May The FIRST Be With You...

May 2, 2018
May The FIRST Be With You...

Something occurred to me the other day, as I was trying to wash the bad residue of the day’s national news cycle from my psyche by going back to the stuff I loved as a kid…


George Lucas (or maybe it was Alan Dean Foster) predicted the rise of Donald Trump.


Way back in December of 1976, roughly six months before the movie actually debuted in theaters, Ballantine/Del Rey Books released the novelization of the film Star Wars. The book carried the byline of the film’s writer-director, George Lucas, although it was ghostwritten by popular science fiction author Alan Dean Foster.


As is so often the case, the book differs somewhat from the film in some respects. For a lot of fans who read the book only after they saw the movie, some of those differences proved quite jarring - even though, by and large, they were for the most part trivial (Luke Skywalker's designation as Blue Five rather than Red Five during the Battle of Yavin, for example).


One of the things I found most interesting about the novelization at the time was the fact that it opens with a prologue that is presented in the form of am excerpt from history book (“From the First Saga Journal of the Whills”) and sets up the story by briefly recapping the rise of Emperor Palpatine… in essence a Reader’s Digest version of the story later told in the prequel films (as well as the “Clovis” story arc in the final season of The Clone Wars television spinoff.)


It was that original prologue, as much as anything, that made 13-year-old bookworm me already long for further adventures set in that galaxy when I read the book that December, even before seeing the movie. It also provided a better understanding for so much of what I saw when the movie finally came out that following spring, but that’s a topic for another time.


It has only been in retrospect - with the insight that (hopefully) comes with maturity and a sense of history honed by both a lifelong interest in history and my experience as a professional journalist - that I have come to realize what incredible prognostication powers the Lucas-Foster team demonstrated more than 40 years ago. Like so many other science fiction writers before them, they gave us a harrowing glimpse of what was to come…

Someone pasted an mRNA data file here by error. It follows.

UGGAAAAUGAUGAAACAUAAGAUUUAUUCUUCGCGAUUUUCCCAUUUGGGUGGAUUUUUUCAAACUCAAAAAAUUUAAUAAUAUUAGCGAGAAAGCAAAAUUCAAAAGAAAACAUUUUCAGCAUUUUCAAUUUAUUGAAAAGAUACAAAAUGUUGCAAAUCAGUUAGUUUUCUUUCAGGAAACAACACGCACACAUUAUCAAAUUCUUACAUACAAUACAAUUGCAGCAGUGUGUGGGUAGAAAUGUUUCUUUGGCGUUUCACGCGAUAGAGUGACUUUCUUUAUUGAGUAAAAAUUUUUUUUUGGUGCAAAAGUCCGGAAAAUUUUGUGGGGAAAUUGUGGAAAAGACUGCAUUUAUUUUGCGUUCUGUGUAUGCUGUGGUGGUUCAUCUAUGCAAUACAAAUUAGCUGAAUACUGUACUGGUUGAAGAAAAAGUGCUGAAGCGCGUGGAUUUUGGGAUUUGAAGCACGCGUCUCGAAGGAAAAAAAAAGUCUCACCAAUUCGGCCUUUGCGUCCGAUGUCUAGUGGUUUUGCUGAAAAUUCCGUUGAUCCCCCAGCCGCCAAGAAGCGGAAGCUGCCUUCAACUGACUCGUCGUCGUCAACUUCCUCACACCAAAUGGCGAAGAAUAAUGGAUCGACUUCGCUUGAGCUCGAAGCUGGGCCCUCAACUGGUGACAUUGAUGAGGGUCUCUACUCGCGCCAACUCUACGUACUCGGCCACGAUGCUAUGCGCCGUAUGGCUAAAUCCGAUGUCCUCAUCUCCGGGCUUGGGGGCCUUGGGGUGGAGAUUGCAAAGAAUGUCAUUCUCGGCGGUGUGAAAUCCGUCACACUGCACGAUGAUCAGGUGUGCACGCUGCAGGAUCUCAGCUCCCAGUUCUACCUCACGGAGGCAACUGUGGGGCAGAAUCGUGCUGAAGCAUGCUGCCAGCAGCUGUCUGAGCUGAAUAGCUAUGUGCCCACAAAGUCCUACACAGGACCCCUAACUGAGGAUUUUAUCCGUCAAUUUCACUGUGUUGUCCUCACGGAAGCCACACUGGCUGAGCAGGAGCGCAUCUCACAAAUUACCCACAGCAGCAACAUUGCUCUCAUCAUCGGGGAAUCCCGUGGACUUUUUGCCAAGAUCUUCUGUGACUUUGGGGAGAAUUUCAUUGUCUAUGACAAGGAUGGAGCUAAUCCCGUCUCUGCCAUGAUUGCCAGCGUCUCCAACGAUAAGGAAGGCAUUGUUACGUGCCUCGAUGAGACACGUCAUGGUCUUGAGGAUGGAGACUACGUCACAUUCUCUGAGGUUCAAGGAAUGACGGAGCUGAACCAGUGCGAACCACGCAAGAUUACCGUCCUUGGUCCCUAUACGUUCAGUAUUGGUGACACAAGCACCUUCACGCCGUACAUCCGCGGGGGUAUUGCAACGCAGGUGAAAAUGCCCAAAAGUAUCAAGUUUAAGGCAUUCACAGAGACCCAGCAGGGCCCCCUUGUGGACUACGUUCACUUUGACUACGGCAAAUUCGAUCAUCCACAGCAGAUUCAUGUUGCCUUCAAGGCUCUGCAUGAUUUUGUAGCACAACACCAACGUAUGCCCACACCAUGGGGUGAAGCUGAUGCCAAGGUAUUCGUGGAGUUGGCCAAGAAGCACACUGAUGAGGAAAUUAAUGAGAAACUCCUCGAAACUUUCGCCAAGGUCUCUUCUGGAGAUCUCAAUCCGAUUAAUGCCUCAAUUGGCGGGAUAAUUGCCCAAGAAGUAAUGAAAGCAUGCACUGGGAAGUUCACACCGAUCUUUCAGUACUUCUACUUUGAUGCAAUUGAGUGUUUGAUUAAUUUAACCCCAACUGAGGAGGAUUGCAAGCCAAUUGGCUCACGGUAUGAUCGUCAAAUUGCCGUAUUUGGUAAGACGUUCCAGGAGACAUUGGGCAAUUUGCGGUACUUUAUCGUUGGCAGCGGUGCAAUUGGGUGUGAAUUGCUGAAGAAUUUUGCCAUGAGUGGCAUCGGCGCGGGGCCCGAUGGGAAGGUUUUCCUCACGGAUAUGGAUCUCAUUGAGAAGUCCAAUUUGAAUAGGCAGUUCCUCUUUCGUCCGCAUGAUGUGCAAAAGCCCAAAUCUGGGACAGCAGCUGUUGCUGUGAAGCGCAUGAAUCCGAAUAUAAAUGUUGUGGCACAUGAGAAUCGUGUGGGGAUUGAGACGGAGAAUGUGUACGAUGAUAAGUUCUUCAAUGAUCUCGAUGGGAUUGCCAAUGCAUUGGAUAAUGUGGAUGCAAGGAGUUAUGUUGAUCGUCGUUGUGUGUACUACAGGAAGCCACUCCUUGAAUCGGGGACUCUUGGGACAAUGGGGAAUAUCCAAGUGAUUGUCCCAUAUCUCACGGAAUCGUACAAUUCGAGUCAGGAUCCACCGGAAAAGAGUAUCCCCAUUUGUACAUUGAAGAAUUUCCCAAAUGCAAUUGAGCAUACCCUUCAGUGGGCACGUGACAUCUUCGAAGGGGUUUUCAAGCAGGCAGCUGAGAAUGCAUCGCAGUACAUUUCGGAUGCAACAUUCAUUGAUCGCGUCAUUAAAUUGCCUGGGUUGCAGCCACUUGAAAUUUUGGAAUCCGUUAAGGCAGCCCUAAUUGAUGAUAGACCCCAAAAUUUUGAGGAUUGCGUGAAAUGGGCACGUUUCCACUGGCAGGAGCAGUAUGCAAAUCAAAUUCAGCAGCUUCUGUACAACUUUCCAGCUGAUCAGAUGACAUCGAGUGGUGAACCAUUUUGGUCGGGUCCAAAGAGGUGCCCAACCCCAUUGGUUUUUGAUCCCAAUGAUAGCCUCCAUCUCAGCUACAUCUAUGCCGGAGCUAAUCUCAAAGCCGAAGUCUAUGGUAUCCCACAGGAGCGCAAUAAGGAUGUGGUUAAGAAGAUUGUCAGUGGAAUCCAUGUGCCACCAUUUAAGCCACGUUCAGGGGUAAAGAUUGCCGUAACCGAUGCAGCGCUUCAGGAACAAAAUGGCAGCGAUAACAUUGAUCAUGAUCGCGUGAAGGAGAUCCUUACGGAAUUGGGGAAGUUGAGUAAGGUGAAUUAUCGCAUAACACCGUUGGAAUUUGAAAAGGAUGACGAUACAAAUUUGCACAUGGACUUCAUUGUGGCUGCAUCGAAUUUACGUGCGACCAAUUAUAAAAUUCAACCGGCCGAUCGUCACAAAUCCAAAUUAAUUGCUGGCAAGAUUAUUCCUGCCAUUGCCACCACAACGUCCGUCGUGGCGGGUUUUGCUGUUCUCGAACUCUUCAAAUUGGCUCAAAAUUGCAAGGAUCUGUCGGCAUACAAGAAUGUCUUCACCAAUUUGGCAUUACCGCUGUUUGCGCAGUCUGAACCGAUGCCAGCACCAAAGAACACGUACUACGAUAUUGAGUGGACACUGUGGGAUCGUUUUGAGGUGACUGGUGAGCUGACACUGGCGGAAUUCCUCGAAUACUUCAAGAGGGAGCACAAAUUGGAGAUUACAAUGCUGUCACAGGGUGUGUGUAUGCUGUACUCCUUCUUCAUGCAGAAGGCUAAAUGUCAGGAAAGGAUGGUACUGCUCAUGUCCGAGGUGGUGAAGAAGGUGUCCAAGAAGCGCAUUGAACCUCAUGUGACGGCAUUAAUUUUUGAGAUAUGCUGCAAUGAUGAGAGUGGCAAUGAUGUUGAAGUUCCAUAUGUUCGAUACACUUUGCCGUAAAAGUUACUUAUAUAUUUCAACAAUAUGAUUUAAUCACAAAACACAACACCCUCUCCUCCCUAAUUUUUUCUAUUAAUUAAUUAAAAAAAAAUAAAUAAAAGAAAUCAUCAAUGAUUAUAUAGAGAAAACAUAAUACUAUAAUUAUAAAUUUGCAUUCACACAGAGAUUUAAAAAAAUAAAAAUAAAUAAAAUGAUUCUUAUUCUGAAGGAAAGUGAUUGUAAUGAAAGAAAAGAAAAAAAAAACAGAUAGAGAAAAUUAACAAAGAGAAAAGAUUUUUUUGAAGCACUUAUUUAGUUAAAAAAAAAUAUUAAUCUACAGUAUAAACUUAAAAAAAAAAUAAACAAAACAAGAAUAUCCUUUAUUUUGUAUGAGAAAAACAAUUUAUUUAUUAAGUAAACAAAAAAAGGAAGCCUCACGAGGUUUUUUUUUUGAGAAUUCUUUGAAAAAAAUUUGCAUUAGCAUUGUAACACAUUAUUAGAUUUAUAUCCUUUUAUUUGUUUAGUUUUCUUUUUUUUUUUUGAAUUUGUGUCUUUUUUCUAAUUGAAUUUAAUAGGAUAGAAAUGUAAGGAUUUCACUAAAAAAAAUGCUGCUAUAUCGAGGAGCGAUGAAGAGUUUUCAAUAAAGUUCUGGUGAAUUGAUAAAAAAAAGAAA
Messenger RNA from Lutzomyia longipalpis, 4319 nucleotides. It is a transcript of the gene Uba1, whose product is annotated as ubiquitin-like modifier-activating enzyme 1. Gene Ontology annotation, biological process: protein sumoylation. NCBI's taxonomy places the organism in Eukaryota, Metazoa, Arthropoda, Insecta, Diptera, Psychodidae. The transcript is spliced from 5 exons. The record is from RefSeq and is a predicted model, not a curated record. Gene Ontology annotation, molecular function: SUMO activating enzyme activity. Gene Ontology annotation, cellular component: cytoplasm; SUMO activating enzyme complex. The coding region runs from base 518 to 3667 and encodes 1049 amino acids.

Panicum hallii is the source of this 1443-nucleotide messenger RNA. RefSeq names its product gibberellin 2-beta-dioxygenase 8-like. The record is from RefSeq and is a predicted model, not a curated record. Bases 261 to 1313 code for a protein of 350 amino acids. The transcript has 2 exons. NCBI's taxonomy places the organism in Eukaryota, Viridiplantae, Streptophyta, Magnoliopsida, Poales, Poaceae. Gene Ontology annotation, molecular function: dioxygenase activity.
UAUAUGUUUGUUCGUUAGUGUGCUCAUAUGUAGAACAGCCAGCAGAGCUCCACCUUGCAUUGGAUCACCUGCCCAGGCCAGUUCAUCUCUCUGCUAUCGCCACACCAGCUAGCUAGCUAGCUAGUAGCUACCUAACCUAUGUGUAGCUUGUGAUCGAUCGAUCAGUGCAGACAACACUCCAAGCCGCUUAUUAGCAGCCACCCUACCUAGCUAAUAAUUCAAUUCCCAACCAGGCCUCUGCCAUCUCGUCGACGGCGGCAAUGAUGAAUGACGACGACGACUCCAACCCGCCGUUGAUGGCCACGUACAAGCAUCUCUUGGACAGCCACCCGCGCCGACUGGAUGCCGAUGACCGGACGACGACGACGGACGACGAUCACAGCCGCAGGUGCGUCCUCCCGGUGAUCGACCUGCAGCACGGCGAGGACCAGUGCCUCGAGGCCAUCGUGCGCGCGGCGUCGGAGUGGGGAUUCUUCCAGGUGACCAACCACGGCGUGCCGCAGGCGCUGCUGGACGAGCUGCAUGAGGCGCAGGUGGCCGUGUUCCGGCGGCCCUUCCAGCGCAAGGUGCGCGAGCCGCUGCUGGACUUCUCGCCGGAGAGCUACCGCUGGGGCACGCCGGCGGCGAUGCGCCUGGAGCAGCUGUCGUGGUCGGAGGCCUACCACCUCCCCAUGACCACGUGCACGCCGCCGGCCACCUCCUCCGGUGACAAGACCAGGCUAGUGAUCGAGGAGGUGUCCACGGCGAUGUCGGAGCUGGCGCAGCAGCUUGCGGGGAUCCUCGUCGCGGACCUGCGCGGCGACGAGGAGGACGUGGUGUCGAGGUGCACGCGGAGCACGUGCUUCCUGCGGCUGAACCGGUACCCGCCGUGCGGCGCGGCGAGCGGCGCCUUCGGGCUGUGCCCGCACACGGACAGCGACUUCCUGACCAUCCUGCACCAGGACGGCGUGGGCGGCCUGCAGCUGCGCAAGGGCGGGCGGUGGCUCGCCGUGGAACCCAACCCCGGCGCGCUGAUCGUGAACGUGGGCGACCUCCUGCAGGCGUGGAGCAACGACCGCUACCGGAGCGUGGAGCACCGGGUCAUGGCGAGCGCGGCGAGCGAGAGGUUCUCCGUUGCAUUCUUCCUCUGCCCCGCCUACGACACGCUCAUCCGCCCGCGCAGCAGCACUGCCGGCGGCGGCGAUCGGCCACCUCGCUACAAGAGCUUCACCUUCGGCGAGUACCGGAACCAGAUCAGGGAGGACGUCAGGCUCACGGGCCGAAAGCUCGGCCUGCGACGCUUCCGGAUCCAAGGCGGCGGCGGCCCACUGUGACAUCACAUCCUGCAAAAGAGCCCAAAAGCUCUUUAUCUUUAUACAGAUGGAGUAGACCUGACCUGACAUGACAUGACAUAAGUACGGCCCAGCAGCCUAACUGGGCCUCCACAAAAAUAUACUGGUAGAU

Presented for your consideration: Exhibit A, the opening paragraphs of the Prologue of Star Wars:

 

Another galaxy, another time.


The Old Republic was the Republic of legend, greater than distance or time. No need to note where it was or whence it came, only to know that… it was the Republic.


Once, under the wise rule of the Senate and the protection of the Jedi Knights, the Republic throve and grew. But as often happens when wealth and power pass beyond the admirable and attain the awesome, there appear those evil ones who have greed to match.


So it was with the Republic at its height. Like the greatest of trees, able to withstand any external attack, the Republic rotted from within though the danger was not visible from outside.


Aided and abetted by restless, power-hungry individuals within the government, and the massive organs of commerce, the ambitious Senator Palpatine caused himself to be elected President of the Republic. He promised to reunite the disaffected among the people and to restore the remembered glory of the Republic.


Once secure in office he declared himself Emperor, shutting himself away from the populace. Soon he was controlled by the very assistants and boot-lickers he had appointed to high office, and the cries of the people for justice did not reach his ears.


Having exterminated through treachery and deception the Jedi Knights, guardians of justice in the galaxy, the Imperial governors and bureaucrats prepared to institute a reign of terror among the disheartened worlds of the galaxy. Many used the imperial forces and the name of the increasingly isolated Emperor to further their own personal ambitions…


Now go back and re-read those paragraphs, substituting the name “Trump” for “Palpatine” and “the First Amendment” for “the Jedi Knights,” and what you have is a legitimate piece of prophesy - one every bit as chilling as anything H.G. Wells or George Orwell gave us.


Of course, there was in that prophesy a sense of hope in the form of the final two paragraphs: 


But a small number of systems rebelled at these new outrages. Declaring themselves opposed to the New Order they began the great battle to restore the Old Republic.